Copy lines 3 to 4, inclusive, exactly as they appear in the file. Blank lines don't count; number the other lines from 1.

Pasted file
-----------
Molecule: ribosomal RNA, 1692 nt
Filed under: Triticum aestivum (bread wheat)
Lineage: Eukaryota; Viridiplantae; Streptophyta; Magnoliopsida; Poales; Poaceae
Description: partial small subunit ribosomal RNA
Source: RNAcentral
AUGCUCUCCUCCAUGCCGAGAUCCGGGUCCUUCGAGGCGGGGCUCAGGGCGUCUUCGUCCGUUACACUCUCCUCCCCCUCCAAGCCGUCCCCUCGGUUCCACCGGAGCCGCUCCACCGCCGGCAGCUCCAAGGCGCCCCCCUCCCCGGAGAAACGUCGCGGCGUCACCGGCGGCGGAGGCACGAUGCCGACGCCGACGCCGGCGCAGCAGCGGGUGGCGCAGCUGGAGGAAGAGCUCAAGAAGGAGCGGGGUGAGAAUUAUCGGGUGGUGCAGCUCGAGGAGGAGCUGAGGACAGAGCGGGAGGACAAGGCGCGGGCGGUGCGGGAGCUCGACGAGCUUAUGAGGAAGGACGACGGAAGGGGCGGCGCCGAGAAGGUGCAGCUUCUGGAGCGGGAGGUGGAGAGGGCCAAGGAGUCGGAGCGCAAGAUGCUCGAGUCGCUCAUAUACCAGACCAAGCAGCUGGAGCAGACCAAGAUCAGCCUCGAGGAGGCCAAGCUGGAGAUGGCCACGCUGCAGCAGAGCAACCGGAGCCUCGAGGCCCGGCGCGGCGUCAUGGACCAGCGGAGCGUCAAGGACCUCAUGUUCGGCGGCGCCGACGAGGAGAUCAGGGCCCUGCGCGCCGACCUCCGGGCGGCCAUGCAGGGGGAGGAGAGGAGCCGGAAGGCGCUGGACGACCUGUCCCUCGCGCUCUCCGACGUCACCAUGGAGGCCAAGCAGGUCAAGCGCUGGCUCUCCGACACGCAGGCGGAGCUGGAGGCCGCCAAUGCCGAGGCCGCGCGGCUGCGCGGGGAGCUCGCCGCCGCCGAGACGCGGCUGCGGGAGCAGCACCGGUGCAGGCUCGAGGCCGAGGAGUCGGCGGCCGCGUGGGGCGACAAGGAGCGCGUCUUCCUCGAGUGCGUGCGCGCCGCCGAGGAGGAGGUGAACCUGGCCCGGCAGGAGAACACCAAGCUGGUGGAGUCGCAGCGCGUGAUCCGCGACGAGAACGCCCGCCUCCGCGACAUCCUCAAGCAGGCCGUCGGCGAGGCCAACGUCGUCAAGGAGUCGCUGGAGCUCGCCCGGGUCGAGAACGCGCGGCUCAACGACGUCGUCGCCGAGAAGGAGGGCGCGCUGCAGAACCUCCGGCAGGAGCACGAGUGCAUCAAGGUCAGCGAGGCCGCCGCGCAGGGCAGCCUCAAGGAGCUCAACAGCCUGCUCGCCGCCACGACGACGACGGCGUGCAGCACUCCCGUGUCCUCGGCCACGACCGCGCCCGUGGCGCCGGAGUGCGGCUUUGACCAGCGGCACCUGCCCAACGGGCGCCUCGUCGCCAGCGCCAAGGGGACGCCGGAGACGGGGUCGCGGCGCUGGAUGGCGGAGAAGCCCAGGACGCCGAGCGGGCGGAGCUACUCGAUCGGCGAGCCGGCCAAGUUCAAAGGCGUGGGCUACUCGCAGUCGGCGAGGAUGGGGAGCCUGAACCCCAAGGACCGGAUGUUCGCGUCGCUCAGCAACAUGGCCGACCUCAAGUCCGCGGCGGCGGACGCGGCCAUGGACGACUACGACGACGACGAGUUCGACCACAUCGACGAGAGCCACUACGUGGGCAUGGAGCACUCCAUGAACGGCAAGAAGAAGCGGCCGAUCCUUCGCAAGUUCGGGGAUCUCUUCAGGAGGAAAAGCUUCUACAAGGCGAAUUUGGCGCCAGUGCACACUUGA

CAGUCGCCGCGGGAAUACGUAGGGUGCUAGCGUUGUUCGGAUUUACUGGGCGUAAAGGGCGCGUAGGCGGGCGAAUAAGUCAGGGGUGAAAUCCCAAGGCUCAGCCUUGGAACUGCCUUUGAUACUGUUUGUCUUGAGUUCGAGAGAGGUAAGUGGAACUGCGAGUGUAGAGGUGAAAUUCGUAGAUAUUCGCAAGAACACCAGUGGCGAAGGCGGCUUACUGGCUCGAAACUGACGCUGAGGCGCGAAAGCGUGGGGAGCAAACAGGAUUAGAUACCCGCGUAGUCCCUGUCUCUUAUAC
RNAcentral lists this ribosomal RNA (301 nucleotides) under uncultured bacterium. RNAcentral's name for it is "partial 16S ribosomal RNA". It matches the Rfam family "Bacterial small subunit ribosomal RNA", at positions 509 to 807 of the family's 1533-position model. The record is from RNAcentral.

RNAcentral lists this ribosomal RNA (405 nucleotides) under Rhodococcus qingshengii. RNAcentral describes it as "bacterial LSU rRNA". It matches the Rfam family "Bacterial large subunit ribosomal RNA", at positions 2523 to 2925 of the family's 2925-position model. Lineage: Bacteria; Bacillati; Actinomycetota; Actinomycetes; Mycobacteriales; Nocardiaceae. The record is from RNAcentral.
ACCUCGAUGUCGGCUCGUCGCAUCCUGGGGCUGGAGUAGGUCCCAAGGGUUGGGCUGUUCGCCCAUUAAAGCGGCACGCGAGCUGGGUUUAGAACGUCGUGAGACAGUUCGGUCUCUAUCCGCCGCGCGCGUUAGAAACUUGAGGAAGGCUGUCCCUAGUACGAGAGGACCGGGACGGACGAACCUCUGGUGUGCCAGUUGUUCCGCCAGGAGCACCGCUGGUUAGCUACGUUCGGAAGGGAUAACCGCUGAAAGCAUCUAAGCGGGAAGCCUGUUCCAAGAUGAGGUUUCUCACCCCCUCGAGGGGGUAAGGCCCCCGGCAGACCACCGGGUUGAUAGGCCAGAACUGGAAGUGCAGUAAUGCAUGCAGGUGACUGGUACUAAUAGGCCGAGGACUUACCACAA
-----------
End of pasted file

Lineage: Eukaryota; Viridiplantae; Streptophyta; Magnoliopsida; Poales; Poaceae
Description: partial small subunit ribosomal RNA